“The bikes are so fast and so much fun to ride, but we wanted to find ways to improve on that performance,” said Aaron. “We started by reducing rotating mass with a set of carbon fiber wheels from BST. Then we removed all the stock bodywork and used it to make molds for our own lightweight carbon fiber body pieces. We also designed our own rear-set foot controls to put us in a more-aggressive posture for road racing the bike.”

The SMCO race-prepped LiveWire One bikes were displayed this past weekend at Autopia in the unpainted carbon bodywork.

“This project really pushed us into some new technology,” said Aaron. “We learned to use CAD and a 3D printer to create the rear sets, for example.”

All of the carbon bodywork created by the Guardado brothers uses the stock mounting points on a LiveWire One, and if there’s interest from other owners, the parts may show up for sale in the future.

Earle Motors Custom LiveWire One

Earle Motors: E/MULHOLLAND CUSTOM
When designer Alex Earle needs to unwind, he often does it on his LiveWire One electric motorcycle.

“I’ve spent a lot of time riding off road, but I discovered the LiveWire One was the perfect stress-relief street ride,” said Earle, who teaches powersports design at the ArtCenter College of Design in Pasadena, Calif. “I live near the base of Mulholland Drive, a famous and very curvy road winding from Los Angeles up into the mountains. On weekends it’s nuts with cars and bikes, but on an evening during the week nobody is there. It’s like my private road. Unlike an internal combustion bike, the LiveWire One is quiet, and smooth, and cool. I can make a run up Mulholland, or Decker Canyon Road, stop at Old Place or the Rock Store. It’s a great escape.”

Earle Motors is more of an outlet for Earle’s creativity than it is a business, and he turned that creative design bent on his LiveWire One, in a very dramatic way.

“Initially this bike was intimidating, because it’s electric,” said Earle. “There’s no exhaust, for example, which is always an easy starting point for customization. And no fuel tank. I had two goals in mind – to consolidate the design and adjust the ergonomics for my own comfort. I want it to fit like a tailored suit.”

Earle replaced most of the bodywork with pieces of his own design, created in composite on a 3D printer, except for the “fuel tank” in front of the seat, which covers tightly packed electronics that can’t be reshaped. He removed the rear fender and lighting, and replaced the tail section with one he formed of welded steel.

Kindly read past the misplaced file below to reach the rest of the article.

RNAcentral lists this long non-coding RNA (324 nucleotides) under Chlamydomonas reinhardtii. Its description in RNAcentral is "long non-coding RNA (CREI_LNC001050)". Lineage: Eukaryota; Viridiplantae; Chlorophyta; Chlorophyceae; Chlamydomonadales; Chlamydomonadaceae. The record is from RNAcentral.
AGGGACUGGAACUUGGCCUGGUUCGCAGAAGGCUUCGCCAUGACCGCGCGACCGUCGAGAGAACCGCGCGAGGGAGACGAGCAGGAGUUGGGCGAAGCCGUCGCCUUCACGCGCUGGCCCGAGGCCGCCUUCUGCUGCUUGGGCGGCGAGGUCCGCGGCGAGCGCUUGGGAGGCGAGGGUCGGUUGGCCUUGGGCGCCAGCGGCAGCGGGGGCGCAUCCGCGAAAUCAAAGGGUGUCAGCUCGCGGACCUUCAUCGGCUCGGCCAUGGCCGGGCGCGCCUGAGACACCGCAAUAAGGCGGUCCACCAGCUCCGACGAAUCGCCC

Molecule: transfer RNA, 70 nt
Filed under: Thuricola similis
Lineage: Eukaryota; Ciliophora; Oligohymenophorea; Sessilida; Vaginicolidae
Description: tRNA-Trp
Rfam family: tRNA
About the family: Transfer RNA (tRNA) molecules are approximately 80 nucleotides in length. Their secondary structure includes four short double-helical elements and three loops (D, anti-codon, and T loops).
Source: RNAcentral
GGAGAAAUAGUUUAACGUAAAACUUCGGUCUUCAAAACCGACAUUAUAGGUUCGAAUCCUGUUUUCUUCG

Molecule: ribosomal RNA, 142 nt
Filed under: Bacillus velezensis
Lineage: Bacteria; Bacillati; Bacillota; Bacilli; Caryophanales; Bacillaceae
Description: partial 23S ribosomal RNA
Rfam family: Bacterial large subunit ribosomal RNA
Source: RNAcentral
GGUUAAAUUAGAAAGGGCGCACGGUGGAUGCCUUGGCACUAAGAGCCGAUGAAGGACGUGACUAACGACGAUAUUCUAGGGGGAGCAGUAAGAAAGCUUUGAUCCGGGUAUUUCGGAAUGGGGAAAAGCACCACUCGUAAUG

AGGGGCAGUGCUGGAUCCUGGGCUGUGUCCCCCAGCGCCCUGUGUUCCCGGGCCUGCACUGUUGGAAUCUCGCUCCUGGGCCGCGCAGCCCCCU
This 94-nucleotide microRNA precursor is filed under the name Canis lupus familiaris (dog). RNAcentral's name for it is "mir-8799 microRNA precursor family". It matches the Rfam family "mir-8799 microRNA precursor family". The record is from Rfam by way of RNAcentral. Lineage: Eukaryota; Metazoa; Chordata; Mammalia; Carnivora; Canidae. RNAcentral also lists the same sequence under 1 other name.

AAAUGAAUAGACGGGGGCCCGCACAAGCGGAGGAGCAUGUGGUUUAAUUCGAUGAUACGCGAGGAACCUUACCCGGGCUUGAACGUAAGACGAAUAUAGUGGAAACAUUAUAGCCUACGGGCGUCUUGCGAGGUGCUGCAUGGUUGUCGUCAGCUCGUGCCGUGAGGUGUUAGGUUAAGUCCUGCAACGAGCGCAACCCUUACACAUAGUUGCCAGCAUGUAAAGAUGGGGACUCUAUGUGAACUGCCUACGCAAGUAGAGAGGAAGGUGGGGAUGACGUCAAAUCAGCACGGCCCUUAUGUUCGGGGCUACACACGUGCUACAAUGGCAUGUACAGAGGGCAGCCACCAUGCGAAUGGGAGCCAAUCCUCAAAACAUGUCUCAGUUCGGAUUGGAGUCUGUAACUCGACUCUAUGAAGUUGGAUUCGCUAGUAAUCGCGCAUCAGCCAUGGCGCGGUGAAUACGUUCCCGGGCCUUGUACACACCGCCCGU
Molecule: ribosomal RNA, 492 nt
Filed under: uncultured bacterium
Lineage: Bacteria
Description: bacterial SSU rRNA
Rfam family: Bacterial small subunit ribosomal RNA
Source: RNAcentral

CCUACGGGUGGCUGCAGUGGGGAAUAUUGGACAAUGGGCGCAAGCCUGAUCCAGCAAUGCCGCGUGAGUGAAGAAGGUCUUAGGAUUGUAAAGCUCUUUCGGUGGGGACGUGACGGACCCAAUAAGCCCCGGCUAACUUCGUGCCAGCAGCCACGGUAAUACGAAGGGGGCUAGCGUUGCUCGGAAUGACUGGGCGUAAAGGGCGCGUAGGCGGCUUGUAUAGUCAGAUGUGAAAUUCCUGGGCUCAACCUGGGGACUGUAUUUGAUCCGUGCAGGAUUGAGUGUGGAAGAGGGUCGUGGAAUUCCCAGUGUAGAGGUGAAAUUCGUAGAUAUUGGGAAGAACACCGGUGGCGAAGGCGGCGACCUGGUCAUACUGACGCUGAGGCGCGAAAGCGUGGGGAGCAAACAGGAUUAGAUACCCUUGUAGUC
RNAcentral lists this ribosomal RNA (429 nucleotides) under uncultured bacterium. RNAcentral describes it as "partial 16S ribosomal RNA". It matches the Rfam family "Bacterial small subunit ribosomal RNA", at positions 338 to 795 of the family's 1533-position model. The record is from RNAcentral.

“I painted the electronics cover, which looks like a fuel tank, in Synthetic Haze, a gray-to-blue fade developed during World War II to help airplanes appear less visible in the sky, which lowers the profile of the entire bike,” said Earle. “I filled in the space below that cover with a new finned piece that wraps around in front of the seat. The fins are the same shape as those on the battery case in the center of the bike.”

The part Earle removed incorporates air scoops to cool electronic components, and to replace that cooling capacity he created hollow galleries within the fins in which coolant might circulate. Two small hoses on the show bike would carry that coolant to a finned heat exchanger located between the forks. To create this part, Earle made detailed drawings, and had the entire motorcycle digitally scanned by Mimic 3D. His drawing and the scan was handed off to PROTOTYP3, a firm founded by two of his former students, who recreated it in CAD and then made the part in one piece with a 3D printer.

“It was amazing that when I got the part the holes lined up perfectly with the mounting points on the bike.” said Earle. “Right now, this is an idea, not a functional feature. I have no way of testing it, but I designed it so that I think it could be functional. The next step would be to 3D print it in aluminum.”